By Author / Illustrator
Chris Harris, Lane Smith, Lane Smith
'Highly recommended. I think it will make children wriggle with delight.' - Stephen Fry.
If I ever find myself holding a gecko . . .
Forget what you think you know about poetry - this is something totally different. Chris Harris's I'm Just No Good At Rhyming combines wit, wordplay and nonsense with visual and verbal tricks to make you look at the world in a new and wonderfully upside-down way, reminiscent of Shel Silverstein.
I'm just no good at rhyming.
It makes me feel so bad.
I'm just no good at rhyming,
And that's why I'm so blue.
This entirely unique collection of wildly witty words offers a surprise around every corner, from the ongoing rivalry between the author and illustrator (mean poem and cruel portrait included), to the mysteriously misnumbered pages that can only be deciphered by a certain code-cracking verse, to a poem that is 100% genuinely infinite. Meet a balding werewolf, competitive boulders, a birthday piranha, and find out if grown-ups really are better!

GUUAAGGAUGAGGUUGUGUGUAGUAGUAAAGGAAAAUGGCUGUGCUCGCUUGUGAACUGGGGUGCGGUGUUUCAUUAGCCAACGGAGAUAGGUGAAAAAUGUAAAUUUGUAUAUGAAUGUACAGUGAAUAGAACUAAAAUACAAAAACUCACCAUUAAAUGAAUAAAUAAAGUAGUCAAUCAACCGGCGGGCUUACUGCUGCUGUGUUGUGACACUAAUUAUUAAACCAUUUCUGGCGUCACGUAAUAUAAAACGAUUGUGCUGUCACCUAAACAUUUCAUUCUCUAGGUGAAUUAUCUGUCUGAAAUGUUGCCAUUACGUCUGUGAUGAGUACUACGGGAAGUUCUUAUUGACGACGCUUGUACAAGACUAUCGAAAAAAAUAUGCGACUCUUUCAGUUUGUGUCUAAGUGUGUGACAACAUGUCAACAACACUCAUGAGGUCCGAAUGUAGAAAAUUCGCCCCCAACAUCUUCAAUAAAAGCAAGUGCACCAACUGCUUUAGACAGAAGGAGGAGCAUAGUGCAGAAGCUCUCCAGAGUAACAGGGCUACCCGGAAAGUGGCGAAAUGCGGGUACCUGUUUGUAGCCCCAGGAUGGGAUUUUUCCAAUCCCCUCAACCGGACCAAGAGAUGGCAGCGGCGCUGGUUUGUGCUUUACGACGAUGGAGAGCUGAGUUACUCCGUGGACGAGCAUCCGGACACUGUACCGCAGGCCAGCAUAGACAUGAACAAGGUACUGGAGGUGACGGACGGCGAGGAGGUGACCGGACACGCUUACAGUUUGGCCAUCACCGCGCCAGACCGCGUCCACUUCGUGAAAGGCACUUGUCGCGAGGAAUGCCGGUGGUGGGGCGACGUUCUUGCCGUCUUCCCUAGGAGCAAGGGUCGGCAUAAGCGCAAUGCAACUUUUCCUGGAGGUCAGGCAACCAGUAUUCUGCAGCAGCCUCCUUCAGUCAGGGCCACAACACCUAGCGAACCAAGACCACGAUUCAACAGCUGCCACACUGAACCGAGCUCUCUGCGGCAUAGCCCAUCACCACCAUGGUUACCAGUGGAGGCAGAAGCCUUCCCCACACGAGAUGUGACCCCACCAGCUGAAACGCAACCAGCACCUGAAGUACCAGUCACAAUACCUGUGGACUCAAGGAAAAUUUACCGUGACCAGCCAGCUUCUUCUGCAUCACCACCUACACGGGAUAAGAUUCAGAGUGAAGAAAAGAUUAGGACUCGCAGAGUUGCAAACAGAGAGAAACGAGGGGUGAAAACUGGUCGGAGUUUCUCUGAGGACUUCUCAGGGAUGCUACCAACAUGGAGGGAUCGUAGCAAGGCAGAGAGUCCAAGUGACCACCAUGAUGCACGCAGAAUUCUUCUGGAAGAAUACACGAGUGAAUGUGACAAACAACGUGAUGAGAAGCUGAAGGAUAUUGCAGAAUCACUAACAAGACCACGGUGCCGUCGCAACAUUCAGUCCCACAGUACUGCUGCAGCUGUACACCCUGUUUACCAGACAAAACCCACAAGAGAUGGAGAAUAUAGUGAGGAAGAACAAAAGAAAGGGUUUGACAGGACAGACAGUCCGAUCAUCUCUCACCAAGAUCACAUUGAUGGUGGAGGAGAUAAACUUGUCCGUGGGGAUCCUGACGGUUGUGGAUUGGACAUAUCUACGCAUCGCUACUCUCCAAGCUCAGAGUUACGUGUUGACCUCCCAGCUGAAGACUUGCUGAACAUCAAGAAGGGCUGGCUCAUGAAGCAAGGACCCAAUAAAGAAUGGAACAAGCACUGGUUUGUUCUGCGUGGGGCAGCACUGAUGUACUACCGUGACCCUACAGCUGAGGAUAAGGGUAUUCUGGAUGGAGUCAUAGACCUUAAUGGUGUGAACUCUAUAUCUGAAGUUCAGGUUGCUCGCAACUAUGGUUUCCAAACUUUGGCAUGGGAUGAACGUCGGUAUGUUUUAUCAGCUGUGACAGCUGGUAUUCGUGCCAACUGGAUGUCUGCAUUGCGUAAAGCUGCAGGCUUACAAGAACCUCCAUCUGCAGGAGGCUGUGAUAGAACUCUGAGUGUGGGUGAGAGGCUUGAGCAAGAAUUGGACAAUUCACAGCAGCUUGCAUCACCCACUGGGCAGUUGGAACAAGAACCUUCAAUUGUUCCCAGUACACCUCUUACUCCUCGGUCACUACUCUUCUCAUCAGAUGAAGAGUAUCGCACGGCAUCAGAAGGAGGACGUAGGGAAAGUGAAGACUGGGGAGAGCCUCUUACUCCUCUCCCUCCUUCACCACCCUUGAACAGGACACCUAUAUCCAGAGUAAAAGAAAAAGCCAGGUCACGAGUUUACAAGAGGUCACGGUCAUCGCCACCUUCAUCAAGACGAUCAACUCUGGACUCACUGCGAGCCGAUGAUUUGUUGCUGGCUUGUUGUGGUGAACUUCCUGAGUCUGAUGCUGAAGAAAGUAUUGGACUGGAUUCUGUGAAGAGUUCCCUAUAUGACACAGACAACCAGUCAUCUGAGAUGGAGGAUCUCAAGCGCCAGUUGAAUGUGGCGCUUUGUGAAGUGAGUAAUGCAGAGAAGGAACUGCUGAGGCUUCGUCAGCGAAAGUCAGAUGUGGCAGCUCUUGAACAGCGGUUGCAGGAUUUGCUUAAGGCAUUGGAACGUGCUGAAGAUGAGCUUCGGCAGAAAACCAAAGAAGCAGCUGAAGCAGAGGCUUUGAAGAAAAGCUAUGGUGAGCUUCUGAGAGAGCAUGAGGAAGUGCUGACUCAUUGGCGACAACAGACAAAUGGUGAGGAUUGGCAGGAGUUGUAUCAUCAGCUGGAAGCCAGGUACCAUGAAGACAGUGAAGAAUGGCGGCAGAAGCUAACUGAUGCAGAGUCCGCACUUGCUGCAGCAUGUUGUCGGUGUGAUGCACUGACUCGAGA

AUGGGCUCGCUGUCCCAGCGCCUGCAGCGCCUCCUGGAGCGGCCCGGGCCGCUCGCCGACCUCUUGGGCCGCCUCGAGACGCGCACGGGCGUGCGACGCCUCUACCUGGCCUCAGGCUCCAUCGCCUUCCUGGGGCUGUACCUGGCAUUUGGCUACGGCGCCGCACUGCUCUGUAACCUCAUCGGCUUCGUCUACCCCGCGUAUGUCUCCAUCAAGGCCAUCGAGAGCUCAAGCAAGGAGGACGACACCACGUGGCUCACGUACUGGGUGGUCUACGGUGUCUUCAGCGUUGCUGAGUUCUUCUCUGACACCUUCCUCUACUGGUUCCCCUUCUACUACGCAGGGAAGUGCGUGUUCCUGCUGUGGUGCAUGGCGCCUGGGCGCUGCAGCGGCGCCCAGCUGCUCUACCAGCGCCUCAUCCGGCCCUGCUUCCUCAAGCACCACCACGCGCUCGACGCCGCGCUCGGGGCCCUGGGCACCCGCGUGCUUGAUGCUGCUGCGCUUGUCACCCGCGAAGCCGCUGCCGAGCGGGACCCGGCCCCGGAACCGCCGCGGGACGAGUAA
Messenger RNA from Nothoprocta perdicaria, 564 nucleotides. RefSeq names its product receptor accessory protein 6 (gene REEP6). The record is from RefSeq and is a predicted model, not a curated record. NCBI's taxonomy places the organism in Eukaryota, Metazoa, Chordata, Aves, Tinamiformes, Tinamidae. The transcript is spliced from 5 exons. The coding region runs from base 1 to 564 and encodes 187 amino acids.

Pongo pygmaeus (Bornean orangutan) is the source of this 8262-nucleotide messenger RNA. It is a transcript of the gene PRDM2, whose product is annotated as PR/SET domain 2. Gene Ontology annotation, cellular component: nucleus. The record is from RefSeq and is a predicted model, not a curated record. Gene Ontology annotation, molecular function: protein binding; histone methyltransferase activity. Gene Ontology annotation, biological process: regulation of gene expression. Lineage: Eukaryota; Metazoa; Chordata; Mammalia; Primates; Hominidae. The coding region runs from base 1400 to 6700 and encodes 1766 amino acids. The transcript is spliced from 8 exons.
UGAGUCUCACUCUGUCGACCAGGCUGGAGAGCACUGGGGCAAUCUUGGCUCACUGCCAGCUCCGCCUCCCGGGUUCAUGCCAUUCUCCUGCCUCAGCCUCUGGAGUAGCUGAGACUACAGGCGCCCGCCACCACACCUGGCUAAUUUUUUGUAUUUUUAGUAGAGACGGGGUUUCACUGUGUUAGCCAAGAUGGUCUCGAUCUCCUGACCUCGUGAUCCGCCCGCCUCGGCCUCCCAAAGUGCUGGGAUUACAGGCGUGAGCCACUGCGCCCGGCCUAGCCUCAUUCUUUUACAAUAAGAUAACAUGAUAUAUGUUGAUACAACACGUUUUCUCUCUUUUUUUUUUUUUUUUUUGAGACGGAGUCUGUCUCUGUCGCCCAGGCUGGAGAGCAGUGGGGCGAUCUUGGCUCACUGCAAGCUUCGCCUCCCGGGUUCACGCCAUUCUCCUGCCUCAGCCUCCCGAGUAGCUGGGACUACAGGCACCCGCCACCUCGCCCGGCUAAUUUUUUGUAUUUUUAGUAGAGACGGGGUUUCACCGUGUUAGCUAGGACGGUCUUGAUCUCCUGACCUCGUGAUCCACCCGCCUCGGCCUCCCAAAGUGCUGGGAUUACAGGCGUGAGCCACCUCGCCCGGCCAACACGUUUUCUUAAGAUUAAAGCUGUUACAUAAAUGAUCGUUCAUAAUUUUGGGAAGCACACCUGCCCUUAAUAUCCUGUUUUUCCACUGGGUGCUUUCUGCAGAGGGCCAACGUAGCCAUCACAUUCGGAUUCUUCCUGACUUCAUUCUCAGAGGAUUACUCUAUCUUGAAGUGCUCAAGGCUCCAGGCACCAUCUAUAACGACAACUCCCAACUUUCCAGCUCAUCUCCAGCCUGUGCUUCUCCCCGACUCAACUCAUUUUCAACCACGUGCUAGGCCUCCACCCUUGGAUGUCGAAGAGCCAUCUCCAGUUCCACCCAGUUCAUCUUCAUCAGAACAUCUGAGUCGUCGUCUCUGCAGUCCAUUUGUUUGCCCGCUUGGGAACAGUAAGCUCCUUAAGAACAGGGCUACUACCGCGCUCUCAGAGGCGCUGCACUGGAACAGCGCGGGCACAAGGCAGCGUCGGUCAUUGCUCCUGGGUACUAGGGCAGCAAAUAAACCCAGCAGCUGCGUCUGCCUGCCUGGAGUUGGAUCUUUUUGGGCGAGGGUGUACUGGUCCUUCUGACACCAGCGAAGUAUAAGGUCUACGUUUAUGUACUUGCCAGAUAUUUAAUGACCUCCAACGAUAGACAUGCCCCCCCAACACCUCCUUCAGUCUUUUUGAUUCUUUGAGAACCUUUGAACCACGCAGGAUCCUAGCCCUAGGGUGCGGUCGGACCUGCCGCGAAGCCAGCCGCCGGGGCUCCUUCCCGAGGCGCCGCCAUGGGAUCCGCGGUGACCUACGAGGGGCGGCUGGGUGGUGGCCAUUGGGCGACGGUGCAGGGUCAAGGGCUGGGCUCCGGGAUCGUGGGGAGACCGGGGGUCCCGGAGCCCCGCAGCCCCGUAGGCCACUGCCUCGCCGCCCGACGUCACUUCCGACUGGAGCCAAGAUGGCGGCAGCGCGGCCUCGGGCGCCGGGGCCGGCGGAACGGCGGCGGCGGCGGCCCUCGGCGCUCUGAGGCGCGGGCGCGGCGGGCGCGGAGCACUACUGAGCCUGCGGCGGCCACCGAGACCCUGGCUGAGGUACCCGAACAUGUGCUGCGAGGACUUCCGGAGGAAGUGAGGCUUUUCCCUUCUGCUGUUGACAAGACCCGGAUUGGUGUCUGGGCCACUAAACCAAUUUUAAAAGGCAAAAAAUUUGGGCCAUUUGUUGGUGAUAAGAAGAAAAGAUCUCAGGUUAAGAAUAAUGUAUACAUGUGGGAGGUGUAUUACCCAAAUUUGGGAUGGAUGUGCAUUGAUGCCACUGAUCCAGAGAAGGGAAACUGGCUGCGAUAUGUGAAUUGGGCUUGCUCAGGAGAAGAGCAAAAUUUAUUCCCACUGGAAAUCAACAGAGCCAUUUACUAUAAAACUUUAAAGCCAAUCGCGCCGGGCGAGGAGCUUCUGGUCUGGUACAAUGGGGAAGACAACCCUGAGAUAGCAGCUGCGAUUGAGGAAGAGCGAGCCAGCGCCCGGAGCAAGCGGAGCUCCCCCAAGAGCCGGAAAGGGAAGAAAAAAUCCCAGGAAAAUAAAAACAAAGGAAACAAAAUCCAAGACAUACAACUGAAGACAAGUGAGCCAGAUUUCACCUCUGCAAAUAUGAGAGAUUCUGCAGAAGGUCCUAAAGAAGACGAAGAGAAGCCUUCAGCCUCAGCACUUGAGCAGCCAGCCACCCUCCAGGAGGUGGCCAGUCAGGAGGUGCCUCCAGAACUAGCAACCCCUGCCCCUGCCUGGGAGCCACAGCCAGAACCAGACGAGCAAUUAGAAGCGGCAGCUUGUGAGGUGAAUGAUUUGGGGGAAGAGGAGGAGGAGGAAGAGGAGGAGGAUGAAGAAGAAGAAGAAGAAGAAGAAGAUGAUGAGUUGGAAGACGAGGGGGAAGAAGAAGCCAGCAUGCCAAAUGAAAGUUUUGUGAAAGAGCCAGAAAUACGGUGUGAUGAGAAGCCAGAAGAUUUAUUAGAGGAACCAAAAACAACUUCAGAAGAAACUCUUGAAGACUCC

Why are grown-ups better than kids?
'Cause we got what it takes -
We never, ever, ever, ever, ever, make mistaeks!
Adding to the fun: Lane Smith, winner of the CILIP Kate Greenaway Medal for There Is a Tribe of Kids, has spectacularly illustrated this extraordinary collection with nearly one hundred pieces of appropriately absurd art. It's a mischievous match made in heaven and the perfect gift for creative kids or immature grown-ups.
From cover to cover, this book is full of fun, offering a very irreverent and appealing approach to poetry! Word play and nonsense sit alongside more reflective and thoughtful poems. All are gloriously illustrated. 'My Dessert Tummy' explains perfectly why so many of us can always find room for pudding. Harris and Smith playfully argue through poems like 'I Don't Like My Illustrator' and the picture which accompanies it or 'The Nursery Rhyme - Little Boy Blue' with some words replaced by delicious Greek Food! For a teacher, this collection offers endless possibilities for engaging their children with poetry. Many of these would be wonderful for performing, their bounce and humour making them easy to learn by heart. Using many different layouts and poetic styles, this is a collection everyone will enjoy! 192 pages / Ages 7+ / Reviewed by Sue Wilsher, teacher.
Suggested Reading Age 7+